At the risk of derailing someone's hard fought New Year's vows, let me suggest that some of us stop trying to become good Christians, or whatever noble thing we're striving to be.

I grant that the New Testament is replete with admonitions to "strive" and "make every effort" to be faithful followers of Jesus. One of Paul's favorite expressions along these lines is a dressing metaphor: "put on the new self" (Col. 3:10), "put on the Lord Jesus Christ" (Rom. 13:14), and "put on the whole armor of God" (Eph. 6:11), to quote a few of the places where he uses this stock phrase. He often ties this metaphor to the virtues: We are to put on "the breastplate of righteousness" (Eph. 6:14), "to put on … compassionate hearts, kindness, humility, meekness, and patience" (Col. 3:12), and above all we are to "put on love" (Col. 3:14).

What Paul doesn't address is how exactly one "puts on" these virtues. The answer is more mysterious than we are apt to think.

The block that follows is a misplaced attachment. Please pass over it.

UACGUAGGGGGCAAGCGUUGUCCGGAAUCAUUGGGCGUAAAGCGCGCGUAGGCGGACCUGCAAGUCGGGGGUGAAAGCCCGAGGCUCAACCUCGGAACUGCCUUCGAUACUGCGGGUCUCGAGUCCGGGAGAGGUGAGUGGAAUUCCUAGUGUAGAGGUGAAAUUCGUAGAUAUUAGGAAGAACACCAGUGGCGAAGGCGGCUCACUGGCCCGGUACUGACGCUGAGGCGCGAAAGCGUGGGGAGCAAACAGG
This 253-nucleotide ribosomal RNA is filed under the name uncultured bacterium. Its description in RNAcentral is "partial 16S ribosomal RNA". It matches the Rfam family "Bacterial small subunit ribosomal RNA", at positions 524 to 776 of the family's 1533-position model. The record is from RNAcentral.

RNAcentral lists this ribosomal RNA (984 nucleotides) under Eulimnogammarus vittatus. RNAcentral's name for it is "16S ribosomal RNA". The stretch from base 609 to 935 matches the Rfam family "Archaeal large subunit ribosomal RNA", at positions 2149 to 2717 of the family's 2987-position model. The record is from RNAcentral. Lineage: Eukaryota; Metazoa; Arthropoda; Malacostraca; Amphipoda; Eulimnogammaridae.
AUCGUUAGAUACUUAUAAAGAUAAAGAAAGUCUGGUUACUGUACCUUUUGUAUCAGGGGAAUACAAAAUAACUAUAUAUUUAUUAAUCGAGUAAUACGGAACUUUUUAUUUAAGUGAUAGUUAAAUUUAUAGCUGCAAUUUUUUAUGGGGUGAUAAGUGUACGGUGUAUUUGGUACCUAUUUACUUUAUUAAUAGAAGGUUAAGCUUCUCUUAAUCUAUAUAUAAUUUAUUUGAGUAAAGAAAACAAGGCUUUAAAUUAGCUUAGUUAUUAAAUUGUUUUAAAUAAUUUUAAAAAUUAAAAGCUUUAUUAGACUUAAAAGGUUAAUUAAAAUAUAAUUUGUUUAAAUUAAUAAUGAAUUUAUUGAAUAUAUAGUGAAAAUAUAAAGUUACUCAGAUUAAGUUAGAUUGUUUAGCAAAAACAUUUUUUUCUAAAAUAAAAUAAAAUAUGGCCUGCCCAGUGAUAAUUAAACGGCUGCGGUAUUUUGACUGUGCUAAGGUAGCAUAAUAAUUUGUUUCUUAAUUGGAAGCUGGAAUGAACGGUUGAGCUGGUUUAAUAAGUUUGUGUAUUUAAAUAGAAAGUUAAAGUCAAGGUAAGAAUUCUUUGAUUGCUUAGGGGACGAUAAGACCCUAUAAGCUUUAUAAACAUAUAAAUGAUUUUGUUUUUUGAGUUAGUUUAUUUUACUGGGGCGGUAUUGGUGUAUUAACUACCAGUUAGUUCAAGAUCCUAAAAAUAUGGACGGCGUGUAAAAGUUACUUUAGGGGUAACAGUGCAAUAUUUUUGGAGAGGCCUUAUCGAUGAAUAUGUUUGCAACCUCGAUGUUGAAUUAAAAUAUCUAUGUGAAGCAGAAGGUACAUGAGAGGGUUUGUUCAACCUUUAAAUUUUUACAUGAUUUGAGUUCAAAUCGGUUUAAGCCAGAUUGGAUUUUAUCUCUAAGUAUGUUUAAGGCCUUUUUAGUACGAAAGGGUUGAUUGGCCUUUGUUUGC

During an evening prayer service on New Year's Day, a friend described his spiritual journey the previous year. He lamented that his plans to become more regular and disciplined in prayer and Bible study had come to naught. And yet, he said, he found he grew spiritually more than ever.

This is precisely how the spiritual life has worked for me. The more I strive to be a "good Christian"—more prayerful, patient, giving, sacrificial, whatever—the more I find myself anxious, irritated, guilty, resentful, and self-righteous. When I simply accept that I'm a sinner, really, I find that I pray more, am more patient, more giving, more humble, and more loving.

This is the paradoxical reality that has been exploited effectively by Alcoholic's Anonymous for decades. The more an alcoholic strives to control her drinking, the more she is given to drink. The moment she admits she has no control over alcohol, that's when she can gain some freedom—as long as she continues to identify herself accordingly: "Hi, I'm Anne, and I'm an alcoholic."